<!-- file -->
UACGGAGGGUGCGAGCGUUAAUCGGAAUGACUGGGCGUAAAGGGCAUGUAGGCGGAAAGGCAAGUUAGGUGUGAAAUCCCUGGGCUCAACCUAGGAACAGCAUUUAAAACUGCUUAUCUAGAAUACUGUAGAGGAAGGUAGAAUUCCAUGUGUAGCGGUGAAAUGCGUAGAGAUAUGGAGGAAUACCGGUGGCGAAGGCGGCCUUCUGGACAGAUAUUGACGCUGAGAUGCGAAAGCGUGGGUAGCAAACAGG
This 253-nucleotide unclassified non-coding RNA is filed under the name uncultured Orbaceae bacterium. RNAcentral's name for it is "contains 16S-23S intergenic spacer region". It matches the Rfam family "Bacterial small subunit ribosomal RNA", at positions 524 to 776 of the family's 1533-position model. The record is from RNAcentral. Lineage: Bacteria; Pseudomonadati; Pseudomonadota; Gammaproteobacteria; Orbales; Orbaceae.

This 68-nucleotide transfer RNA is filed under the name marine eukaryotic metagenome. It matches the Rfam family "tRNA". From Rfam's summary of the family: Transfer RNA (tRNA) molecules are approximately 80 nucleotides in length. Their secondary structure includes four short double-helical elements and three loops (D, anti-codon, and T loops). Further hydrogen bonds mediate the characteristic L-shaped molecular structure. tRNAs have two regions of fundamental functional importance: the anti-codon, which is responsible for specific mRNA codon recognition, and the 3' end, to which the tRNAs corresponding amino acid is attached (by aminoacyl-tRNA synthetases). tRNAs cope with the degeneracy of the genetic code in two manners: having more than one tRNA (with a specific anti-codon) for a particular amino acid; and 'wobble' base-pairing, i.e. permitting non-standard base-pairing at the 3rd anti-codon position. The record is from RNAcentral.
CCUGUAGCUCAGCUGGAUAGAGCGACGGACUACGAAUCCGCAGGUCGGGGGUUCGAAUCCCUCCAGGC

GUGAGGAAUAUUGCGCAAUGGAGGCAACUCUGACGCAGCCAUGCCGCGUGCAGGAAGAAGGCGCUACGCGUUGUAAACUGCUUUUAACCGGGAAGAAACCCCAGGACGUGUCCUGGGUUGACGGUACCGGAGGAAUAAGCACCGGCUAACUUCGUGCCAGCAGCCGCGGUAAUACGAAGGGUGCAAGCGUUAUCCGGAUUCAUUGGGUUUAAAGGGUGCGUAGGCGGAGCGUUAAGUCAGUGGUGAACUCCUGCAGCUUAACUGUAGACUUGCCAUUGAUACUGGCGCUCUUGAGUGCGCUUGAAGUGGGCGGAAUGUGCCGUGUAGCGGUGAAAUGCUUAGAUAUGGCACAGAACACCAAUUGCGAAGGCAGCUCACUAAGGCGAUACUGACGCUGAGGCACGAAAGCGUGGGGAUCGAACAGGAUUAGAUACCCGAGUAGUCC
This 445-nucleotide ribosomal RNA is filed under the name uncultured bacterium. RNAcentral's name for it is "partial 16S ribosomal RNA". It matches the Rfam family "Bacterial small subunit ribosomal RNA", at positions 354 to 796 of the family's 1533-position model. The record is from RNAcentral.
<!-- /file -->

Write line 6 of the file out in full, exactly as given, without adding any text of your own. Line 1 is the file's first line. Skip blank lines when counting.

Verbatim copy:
This 445-nucleotide ribosomal RNA is filed under the name uncultured bacterium. RNAcentral's name for it is "partial 16S ribosomal RNA". It matches the Rfam family "Bacterial small subunit ribosomal RNA", at positions 354 to 796 of the family's 1533-position model. The record is from RNAcentral.